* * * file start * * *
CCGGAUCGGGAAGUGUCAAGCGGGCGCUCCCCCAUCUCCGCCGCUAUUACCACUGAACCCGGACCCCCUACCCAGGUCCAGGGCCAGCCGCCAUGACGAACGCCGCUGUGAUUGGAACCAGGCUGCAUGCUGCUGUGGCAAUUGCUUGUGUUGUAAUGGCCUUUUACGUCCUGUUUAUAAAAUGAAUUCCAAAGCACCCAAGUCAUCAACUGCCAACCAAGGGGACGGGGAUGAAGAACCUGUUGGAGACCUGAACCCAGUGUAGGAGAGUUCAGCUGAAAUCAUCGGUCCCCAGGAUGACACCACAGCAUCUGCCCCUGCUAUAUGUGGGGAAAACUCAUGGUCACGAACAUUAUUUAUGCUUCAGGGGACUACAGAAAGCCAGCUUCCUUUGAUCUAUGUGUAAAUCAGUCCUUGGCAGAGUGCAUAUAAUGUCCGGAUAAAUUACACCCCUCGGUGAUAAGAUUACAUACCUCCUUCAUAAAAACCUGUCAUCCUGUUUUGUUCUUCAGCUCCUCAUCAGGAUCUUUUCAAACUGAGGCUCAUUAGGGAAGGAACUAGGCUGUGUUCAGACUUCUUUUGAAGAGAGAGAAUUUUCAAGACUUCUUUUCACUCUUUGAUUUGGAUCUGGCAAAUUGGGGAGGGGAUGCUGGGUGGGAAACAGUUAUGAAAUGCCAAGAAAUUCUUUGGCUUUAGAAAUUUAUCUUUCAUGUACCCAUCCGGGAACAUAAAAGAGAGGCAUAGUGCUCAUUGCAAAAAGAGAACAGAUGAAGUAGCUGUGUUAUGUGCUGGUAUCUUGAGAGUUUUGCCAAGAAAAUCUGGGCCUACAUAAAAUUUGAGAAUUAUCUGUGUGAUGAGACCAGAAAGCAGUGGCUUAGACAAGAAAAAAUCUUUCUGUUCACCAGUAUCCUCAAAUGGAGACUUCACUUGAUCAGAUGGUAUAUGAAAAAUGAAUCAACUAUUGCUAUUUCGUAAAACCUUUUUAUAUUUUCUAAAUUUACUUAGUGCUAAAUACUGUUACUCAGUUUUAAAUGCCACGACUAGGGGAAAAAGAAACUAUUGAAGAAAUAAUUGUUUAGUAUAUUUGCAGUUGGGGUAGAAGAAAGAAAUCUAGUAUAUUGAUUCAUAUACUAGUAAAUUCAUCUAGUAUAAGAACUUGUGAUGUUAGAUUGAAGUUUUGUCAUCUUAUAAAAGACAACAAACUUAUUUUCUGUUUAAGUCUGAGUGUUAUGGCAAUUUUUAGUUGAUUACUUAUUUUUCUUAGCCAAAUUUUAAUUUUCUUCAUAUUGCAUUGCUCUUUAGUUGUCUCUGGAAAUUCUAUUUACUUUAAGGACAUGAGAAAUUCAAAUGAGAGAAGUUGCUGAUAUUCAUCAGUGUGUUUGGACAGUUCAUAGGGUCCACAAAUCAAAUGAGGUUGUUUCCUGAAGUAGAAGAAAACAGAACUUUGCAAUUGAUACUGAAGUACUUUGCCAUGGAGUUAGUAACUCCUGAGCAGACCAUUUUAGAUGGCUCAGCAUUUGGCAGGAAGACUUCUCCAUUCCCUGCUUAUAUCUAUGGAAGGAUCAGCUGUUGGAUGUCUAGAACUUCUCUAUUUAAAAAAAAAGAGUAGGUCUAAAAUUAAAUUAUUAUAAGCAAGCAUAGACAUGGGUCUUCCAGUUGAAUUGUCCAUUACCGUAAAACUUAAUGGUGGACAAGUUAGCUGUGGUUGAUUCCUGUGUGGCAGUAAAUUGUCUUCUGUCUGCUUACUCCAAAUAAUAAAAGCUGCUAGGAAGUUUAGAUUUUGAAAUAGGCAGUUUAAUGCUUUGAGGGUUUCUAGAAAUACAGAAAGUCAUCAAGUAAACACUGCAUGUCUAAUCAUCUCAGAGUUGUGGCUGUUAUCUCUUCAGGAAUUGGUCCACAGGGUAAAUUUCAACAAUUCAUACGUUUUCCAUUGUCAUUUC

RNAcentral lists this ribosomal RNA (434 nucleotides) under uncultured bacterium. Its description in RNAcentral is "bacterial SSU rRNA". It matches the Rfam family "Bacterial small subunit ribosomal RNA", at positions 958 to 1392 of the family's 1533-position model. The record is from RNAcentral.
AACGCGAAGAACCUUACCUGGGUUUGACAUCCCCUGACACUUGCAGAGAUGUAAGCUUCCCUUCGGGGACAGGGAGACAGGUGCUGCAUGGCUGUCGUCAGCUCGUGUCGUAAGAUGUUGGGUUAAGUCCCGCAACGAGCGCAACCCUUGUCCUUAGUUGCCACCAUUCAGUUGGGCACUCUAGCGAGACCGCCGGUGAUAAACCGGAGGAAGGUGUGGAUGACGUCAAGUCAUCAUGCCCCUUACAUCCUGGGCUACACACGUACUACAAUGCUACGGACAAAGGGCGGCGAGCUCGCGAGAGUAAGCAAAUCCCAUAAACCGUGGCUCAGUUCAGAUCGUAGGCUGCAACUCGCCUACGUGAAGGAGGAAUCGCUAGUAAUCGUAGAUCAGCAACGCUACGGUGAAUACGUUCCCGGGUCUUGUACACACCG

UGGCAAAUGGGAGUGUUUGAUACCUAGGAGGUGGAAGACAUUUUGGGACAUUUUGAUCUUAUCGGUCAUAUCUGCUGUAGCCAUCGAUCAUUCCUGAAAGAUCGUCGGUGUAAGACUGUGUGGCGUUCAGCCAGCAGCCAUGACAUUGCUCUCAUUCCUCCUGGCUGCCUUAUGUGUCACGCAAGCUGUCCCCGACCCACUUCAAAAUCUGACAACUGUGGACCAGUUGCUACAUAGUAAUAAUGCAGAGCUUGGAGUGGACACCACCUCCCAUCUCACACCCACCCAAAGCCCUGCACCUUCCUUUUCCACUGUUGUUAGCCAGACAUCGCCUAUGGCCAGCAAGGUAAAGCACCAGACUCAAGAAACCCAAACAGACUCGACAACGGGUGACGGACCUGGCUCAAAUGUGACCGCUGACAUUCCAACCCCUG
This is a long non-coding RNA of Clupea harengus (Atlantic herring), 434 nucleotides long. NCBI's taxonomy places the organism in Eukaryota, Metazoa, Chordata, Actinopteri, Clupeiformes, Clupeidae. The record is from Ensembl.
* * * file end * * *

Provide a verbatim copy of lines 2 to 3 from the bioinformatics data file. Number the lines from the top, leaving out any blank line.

RNAcentral lists this ribosomal RNA (434 nucleotides) under uncultured bacterium. Its description in RNAcentral is "bacterial SSU rRNA". It matches the Rfam family "Bacterial small subunit ribosomal RNA", at positions 958 to 1392 of the family's 1533-position model. The record is from RNAcentral.
AACGCGAAGAACCUUACCUGGGUUUGACAUCCCCUGACACUUGCAGAGAUGUAAGCUUCCCUUCGGGGACAGGGAGACAGGUGCUGCAUGGCUGUCGUCAGCUCGUGUCGUAAGAUGUUGGGUUAAGUCCCGCAACGAGCGCAACCCUUGUCCUUAGUUGCCACCAUUCAGUUGGGCACUCUAGCGAGACCGCCGGUGAUAAACCGGAGGAAGGUGUGGAUGACGUCAAGUCAUCAUGCCCCUUACAUCCUGGGCUACACACGUACUACAAUGCUACGGACAAAGGGCGGCGAGCUCGCGAGAGUAAGCAAAUCCCAUAAACCGUGGCUCAGUUCAGAUCGUAGGCUGCAACUCGCCUACGUGAAGGAGGAAUCGCUAGUAAUCGUAGAUCAGCAACGCUACGGUGAAUACGUUCCCGGGUCUUGUACACACCG